Defensive end Jared Allen returns home to face Kansas City as Minnesota looks for its first win of 2011.
The Vikings have outscored their opponents 54-7 in the first half while they have been outscored 60-3 after halftime.
The Kansas City Chiefs on the other hand have been outscored in both halves of football (61-10 in the first half, 52-10 in the second half).
When the game clock strikes zero, the Vikings will have their first win of the season while the Chiefs will continue in their current tailspin. Here are 10 reasons why:
Leslie Frazier's first three games as Minnesota's official head coach have left Minnesota 0-3 with three blown halftime leads.
It was amazing that coach Leslie Frazier’s team lost two straight games after having a 10 point lead at halftime. But when it happened for a third time, everyone knew something wasn’t right.
Frazier and his staff need to get their acts together.
The offense needs to maintain its steady dose of Adrian Peterson and the running game in the second half. Donovan McNabb is not Brett Favre of 2009. He cannot win the game by passing the ball. Give the ball to Peterson.
If the offense gets its act together in the second half then the defense will improve. The defense dominates the first halves of games when it doesn’t have to spring back onto the field every five minutes.
When the offense eats up time on the clock and then punts the defense is OK. That’s because it’s been fully rested. In the second half it never gets a chance to rest so it never is at its best.
Kansas City will be without Jamaal Charles for the rest of 2011 as he recovers from a torn ACL.
The Chiefs running game took a massive hit when running back Jamaal Charles, a 1,400 yard rusher in 2010, was lost for the year with a torn ACL.
It’s not like the Chiefs’ cupboard is bare (Thomas Jones and Dexter McCluster). But the talent level isn’t as great as what’s there with Charles.
Charles was the No. 1 option in the Kansas City offense and without him it’s not the same. Matt Cassel hasn’t been an impressive quarterback to date (seven turnovers through the first three games), which makes Dwyane Bowe a less effective receiver.
It bodes well for Minnesota in Week 4.
Running back Adrian Peterson has 296 yards and three touchdowns through three 2011 games.
Minnesota has the best RUNNING back in the NFL: Adrian Peterson. He’s got three touchdowns and 296 yards rushing through the first three games of the season.
Peterson hasn’t lost a step and can carry an offense all by himself—when given the opportunity to do so.
The Chiefs rank 28th against the run (123 yards per game) which should equate to a big day for Peterson and the rest of the Minnesota backfield—especially considering it was the Buffalo Bills, Detroit Lions and San Diego Chargers who the Chiefs have played. No team that the Chiefs have played has a running back in the same stratosphere as Peterson.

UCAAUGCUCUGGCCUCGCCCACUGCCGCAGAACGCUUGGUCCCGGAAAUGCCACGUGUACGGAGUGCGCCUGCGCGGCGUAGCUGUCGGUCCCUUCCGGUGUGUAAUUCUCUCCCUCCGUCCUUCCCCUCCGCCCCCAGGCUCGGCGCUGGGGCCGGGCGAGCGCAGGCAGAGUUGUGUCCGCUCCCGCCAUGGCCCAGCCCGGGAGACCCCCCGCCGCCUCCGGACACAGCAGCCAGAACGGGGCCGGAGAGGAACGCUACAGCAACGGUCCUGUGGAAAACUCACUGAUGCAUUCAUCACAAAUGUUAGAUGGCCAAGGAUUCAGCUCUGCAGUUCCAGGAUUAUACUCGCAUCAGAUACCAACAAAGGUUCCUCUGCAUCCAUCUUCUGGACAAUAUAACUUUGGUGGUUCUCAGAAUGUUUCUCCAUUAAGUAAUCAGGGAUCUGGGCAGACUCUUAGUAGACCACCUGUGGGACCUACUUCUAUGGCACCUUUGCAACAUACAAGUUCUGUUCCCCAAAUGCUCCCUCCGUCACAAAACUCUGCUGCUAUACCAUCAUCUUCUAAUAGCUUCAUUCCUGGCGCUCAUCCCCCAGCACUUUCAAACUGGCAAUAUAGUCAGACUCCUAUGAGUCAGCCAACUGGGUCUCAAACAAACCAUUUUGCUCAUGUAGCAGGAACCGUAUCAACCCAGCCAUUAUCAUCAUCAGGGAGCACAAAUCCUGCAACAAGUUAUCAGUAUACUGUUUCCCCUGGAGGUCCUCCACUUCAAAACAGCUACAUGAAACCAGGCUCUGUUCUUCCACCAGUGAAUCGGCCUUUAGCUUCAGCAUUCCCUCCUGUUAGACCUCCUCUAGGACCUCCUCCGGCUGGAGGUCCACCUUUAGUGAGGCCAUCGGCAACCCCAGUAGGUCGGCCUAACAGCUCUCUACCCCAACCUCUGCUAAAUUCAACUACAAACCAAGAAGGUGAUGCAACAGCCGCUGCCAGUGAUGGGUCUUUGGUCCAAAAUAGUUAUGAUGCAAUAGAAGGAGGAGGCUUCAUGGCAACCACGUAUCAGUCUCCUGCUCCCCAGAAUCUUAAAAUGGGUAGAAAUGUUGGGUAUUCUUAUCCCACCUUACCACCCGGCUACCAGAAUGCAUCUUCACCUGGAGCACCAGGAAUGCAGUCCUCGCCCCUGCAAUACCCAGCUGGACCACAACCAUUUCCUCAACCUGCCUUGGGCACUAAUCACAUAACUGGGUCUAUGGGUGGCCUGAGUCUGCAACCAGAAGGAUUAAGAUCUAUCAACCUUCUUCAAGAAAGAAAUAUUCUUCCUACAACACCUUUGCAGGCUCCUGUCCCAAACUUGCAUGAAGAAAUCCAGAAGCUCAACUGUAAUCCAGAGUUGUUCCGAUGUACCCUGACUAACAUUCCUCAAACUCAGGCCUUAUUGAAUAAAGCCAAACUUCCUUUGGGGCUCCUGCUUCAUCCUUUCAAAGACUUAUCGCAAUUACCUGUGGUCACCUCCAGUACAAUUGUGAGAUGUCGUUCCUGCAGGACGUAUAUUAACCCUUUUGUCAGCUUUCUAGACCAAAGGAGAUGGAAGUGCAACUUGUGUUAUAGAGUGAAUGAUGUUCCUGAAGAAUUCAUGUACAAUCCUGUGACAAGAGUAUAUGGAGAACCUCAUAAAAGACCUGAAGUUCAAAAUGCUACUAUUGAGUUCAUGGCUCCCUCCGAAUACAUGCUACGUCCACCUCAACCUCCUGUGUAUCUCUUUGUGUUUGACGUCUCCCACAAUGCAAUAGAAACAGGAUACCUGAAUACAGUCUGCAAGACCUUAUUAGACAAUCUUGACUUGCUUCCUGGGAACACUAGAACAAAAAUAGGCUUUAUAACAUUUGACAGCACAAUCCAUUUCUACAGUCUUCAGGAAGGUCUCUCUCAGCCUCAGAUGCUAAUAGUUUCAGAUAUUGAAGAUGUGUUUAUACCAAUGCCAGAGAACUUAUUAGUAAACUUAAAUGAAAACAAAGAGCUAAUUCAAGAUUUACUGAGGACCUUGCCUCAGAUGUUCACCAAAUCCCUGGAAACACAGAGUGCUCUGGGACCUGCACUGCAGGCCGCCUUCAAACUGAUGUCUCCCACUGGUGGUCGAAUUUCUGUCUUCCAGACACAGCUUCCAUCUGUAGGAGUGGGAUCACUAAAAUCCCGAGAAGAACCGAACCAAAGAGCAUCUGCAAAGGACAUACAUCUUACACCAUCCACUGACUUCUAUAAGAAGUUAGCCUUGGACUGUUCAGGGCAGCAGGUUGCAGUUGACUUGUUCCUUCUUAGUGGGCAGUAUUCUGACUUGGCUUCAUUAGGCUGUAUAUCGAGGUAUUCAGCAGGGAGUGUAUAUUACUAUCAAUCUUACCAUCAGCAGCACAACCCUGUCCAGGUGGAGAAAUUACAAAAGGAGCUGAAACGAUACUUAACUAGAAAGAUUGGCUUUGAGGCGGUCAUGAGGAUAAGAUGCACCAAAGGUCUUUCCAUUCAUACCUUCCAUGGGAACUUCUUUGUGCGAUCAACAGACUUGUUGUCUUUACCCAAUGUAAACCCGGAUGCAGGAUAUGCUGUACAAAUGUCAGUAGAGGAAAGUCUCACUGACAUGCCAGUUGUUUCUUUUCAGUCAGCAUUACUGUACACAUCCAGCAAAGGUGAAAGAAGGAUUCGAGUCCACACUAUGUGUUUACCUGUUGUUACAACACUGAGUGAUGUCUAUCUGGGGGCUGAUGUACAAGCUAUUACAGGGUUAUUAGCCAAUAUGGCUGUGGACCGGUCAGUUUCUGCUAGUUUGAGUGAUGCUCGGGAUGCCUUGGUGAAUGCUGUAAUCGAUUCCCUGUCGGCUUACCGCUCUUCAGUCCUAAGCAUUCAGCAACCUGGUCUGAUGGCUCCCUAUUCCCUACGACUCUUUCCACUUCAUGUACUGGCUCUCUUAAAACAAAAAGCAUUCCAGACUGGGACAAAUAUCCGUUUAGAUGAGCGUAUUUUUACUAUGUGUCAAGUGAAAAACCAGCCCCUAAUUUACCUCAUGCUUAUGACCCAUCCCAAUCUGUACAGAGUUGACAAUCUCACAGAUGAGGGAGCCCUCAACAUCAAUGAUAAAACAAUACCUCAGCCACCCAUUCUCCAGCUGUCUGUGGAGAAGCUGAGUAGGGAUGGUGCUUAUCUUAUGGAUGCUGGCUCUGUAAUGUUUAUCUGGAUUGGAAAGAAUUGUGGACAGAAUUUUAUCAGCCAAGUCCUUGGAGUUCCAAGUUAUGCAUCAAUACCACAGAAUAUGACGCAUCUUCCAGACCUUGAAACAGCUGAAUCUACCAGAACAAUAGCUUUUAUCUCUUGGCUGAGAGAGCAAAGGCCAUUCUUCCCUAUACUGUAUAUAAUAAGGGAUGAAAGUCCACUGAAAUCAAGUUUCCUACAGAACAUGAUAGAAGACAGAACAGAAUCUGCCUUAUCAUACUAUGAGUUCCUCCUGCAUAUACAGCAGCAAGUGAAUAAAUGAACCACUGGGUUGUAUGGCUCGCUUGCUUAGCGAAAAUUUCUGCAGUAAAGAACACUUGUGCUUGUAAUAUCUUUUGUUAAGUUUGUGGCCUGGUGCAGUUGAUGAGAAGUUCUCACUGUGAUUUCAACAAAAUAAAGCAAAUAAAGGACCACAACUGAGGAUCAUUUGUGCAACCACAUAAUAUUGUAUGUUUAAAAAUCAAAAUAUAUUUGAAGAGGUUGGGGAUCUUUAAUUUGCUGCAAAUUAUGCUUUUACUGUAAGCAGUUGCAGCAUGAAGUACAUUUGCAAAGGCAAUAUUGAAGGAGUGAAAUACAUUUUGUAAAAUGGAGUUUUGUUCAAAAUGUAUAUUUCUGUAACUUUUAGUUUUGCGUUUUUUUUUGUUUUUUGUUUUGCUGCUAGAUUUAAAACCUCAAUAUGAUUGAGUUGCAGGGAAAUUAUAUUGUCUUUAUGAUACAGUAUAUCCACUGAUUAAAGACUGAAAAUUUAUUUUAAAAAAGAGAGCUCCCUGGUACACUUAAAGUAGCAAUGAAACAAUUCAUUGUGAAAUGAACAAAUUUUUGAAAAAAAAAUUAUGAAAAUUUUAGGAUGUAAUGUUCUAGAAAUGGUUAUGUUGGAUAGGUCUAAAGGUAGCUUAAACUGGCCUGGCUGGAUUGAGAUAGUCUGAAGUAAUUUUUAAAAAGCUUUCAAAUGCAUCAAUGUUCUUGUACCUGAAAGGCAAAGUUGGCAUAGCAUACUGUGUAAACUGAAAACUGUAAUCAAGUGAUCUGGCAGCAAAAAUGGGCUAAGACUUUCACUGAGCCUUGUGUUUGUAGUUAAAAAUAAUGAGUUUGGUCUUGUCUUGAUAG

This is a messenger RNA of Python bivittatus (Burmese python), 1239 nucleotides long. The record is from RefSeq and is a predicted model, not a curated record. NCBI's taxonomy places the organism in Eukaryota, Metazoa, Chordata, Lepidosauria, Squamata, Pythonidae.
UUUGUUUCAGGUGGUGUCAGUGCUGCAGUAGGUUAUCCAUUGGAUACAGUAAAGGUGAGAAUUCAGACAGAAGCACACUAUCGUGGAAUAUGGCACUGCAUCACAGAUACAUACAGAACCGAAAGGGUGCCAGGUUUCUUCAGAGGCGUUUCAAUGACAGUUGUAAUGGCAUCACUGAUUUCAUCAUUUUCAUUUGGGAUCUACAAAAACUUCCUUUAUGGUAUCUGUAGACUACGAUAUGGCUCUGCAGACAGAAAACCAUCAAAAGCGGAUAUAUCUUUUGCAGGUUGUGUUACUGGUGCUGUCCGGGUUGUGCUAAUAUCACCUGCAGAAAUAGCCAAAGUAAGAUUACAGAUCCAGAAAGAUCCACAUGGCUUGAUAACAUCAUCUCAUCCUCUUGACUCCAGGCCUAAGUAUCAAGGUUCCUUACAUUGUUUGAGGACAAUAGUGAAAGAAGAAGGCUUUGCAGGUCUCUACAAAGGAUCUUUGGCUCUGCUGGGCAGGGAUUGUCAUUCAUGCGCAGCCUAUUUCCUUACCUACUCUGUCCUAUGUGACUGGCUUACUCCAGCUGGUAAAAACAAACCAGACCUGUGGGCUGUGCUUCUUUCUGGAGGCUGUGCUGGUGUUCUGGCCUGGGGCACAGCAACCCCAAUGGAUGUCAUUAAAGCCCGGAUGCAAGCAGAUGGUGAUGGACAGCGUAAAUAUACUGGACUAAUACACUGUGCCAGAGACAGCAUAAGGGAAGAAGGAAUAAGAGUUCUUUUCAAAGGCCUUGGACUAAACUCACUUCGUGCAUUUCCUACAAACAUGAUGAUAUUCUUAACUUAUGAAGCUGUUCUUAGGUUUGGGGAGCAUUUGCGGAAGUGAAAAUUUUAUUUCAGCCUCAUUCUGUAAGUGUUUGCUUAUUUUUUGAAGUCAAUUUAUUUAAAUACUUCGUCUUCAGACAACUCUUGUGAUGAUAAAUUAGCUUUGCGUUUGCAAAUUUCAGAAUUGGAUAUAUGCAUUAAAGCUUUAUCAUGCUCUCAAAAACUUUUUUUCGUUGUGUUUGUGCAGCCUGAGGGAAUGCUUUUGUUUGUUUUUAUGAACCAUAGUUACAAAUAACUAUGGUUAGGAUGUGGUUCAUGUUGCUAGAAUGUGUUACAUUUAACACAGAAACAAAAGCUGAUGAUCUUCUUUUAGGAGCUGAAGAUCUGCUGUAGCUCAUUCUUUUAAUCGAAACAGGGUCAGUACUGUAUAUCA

Tight ends Visanthe Shiancoe and Kyle Rudolph have combined for 90 yards and a touchdown on eight catches through three 2011 games.
It’s been difficult to watch the Minnesota passing game the first three weeks of the season. Quarterback Donovan McNabb through for a pitiful two yards in the second half of Minnesota’s Week 1 24-17 loss to the San Diego Chargers.
While things have improved, the passing game is still weak. It needs improvements.
One way to do that is to improve the talent level of the receivers available for McNabb to throw to. Other than Percy Harvin, and maybe Michael Jenkins, no one in Minnesota’s receiving core is worth much.
Tight ends Visanthe Shiancoe and Kyle Rudolph are better passing options than any other wide receiver not named Harvin or Jenkins—an argument could be had for Shiancoe over Jenkins.
Offensive coordinator Bill Musgrave told everyone he wanted to show many two tight end sets throughout the year…and everyone’s still waiting.
Shiancoe and Rudolph have combined for one touchdown and 90 yards receiving on eight catches. The pair has been targeted only 15 times in three games.
It’s time for a change. Make it happen Musgrave.
Defensive tackle Kevin Williams didn't make a large impact on the stat sheet but his presence was still felt.
Defensive tackle Kevin Williams is a Pro Bowl caliber player and a nine-year veteran. The guy has talent and has experience.
In Week 3, Williams’ 2011 debut after serving a two game suspension for using a banned substance, the impact was immediate. He didn’t fill up the stat box (two tackles, one tackle for loss and one quarterback hit), but his impact was felt elsewhere.